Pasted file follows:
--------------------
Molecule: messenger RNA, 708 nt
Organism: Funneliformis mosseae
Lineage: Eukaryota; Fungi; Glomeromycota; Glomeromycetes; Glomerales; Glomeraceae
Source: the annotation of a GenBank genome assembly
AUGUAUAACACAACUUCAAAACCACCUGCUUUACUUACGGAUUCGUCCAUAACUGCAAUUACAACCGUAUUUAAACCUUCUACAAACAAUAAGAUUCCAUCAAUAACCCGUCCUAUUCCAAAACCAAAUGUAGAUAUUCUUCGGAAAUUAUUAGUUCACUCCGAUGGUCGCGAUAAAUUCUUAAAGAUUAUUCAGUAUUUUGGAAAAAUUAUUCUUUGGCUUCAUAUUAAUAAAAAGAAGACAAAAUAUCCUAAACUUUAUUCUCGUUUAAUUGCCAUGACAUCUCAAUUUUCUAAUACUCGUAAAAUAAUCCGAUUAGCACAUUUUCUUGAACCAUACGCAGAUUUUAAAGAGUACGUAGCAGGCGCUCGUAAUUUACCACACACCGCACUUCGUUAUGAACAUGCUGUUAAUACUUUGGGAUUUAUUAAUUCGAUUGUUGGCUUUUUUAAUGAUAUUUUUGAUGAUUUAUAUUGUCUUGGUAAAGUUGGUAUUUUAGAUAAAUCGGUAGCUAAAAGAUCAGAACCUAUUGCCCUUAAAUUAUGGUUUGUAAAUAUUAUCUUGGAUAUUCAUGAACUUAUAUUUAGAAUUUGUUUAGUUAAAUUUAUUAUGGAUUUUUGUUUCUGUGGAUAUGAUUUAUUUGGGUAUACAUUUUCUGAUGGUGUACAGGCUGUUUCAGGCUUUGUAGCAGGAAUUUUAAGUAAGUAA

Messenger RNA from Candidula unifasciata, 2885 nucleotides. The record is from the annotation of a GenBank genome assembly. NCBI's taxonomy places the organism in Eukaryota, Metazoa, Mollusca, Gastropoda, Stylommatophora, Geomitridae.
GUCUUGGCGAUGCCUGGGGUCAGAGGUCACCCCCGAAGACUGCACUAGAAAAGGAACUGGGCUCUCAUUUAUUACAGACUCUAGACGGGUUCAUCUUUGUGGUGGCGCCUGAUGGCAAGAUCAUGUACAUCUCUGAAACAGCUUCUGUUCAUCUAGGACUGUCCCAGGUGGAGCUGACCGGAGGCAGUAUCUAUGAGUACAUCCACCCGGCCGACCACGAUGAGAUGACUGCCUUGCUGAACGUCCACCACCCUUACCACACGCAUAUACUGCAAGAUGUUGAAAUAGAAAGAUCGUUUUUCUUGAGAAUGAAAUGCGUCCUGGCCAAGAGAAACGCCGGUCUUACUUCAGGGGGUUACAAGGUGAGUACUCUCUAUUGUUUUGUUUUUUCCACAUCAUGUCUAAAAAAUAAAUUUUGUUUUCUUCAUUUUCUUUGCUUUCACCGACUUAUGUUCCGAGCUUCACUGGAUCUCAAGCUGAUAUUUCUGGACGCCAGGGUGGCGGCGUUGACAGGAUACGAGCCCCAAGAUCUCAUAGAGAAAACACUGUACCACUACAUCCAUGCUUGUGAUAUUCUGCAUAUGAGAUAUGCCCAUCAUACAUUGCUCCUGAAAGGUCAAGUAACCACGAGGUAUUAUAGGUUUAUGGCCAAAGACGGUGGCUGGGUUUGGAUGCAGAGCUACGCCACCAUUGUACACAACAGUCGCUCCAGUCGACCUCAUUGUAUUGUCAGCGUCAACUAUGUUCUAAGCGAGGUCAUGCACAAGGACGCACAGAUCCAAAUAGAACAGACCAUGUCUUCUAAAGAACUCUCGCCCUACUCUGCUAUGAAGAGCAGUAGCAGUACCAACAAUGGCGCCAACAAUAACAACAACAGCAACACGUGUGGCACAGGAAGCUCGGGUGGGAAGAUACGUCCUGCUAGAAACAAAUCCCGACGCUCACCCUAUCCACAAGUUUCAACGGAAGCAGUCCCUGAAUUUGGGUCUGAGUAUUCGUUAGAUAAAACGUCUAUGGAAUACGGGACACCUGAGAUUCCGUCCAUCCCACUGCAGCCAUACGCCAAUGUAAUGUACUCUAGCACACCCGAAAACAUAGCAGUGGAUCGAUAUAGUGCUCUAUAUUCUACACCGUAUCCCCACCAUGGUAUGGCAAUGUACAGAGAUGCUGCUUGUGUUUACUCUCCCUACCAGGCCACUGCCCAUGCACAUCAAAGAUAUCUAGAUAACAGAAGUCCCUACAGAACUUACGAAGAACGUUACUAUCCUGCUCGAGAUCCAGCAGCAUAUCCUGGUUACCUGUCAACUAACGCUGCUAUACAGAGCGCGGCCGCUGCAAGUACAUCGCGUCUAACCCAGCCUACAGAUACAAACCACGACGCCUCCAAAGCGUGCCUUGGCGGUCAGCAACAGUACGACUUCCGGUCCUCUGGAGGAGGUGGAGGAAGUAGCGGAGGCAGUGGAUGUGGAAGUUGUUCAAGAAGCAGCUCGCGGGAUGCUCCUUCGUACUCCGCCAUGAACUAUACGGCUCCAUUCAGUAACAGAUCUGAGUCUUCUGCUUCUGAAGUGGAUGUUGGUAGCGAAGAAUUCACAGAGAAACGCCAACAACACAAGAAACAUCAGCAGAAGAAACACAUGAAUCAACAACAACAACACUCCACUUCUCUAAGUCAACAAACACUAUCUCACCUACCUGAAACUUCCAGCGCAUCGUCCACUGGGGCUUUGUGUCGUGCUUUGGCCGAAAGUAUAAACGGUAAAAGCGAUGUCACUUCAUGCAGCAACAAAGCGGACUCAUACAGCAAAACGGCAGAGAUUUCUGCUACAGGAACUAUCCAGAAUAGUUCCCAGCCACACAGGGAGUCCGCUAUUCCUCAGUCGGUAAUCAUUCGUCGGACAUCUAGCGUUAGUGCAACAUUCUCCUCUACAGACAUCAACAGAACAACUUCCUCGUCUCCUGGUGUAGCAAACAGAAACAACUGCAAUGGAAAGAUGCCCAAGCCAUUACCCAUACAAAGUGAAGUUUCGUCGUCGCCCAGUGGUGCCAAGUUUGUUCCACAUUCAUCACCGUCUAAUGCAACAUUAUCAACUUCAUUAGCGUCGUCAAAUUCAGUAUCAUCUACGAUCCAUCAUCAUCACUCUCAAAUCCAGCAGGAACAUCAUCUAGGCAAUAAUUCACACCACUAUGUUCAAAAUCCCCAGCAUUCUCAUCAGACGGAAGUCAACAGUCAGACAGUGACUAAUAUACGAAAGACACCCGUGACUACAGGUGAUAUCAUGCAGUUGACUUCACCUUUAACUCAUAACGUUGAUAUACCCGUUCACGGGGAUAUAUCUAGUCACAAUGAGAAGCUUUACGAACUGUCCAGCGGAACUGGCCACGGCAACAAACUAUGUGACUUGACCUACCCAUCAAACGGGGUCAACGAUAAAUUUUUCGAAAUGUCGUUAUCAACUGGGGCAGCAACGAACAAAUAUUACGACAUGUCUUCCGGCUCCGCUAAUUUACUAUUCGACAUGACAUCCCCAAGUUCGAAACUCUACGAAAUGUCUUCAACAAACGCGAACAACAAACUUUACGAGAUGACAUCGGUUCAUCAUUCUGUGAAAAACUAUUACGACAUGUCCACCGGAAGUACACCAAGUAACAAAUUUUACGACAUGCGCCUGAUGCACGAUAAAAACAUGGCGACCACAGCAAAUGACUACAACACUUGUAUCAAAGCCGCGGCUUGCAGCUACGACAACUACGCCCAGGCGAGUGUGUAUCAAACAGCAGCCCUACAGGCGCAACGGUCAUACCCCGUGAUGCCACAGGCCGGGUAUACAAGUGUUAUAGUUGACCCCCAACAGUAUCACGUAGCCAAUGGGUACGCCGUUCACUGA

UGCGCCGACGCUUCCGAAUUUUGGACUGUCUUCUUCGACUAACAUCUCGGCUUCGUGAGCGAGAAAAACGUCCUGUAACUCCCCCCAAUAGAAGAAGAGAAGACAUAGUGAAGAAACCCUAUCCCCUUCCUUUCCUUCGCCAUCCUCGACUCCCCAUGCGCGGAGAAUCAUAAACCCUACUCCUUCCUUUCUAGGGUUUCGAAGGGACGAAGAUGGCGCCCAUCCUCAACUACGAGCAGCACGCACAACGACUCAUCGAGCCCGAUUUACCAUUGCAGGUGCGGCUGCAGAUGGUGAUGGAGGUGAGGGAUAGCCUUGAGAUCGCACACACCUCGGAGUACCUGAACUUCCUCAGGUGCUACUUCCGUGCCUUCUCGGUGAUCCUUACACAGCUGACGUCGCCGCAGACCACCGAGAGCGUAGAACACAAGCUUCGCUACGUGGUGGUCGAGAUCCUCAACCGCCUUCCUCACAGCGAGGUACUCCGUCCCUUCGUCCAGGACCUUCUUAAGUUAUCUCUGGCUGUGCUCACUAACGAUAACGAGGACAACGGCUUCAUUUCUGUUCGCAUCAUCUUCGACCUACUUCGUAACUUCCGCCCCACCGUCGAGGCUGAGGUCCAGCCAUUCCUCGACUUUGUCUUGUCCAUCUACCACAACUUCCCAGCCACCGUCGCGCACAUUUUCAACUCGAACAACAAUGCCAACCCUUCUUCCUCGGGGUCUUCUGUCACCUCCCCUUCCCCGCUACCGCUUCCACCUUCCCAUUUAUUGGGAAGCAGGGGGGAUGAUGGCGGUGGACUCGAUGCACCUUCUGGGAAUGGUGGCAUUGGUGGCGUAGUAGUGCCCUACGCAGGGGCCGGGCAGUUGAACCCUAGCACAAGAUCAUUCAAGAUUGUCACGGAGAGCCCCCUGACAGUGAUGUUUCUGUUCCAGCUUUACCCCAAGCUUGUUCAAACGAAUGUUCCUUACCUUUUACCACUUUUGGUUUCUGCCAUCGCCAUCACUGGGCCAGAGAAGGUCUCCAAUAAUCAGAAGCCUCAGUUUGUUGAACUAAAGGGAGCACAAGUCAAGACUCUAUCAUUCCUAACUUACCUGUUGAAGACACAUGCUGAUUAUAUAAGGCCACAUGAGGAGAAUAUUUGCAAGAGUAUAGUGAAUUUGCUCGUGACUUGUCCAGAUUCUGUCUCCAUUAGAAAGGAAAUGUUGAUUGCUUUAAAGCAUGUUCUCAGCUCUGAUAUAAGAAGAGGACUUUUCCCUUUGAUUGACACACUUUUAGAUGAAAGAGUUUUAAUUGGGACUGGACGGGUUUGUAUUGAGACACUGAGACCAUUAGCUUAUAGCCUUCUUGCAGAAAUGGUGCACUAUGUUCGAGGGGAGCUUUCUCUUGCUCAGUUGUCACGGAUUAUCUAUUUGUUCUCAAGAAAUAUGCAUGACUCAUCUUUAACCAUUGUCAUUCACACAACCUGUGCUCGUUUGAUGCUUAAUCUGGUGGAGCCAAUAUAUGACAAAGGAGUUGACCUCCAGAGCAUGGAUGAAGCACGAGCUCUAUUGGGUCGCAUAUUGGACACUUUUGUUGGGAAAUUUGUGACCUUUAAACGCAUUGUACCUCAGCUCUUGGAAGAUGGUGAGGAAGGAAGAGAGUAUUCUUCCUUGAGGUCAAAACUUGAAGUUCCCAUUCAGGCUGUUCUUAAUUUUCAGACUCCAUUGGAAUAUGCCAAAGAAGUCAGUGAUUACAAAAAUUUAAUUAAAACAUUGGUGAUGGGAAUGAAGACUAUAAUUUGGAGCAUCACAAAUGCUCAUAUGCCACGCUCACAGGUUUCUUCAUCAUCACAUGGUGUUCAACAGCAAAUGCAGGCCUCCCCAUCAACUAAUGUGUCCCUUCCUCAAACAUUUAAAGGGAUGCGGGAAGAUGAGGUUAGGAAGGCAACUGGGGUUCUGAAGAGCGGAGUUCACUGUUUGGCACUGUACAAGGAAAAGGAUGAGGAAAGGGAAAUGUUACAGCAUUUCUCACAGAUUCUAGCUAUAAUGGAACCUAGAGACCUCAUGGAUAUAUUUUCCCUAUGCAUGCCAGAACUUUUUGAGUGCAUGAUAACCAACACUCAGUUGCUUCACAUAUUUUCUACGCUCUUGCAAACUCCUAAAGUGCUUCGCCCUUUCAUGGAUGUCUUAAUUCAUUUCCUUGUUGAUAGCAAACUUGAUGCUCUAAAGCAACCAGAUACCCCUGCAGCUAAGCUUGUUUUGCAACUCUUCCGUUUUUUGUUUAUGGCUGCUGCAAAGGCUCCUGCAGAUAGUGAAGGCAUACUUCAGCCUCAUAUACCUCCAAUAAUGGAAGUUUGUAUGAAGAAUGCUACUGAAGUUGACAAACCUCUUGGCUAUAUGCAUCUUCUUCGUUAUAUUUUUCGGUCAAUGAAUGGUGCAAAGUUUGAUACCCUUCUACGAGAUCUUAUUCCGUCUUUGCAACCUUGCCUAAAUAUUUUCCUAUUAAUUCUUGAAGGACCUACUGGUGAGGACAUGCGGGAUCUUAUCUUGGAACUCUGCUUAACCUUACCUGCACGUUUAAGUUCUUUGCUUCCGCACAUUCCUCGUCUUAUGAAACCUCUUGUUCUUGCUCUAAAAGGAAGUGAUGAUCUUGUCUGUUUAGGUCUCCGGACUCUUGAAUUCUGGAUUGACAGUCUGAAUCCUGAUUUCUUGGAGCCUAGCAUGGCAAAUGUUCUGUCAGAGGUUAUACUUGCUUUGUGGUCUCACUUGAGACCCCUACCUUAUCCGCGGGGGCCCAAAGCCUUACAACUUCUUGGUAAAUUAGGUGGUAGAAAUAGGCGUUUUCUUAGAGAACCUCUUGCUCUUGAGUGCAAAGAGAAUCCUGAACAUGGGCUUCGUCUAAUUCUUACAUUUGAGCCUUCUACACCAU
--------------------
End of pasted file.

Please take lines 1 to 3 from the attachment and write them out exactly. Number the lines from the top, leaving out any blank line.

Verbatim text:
Molecule: messenger RNA, 708 nt
Organism: Funneliformis mosseae
Lineage: Eukaryota; Fungi; Glomeromycota; Glomeromycetes; Glomerales; Glomeraceae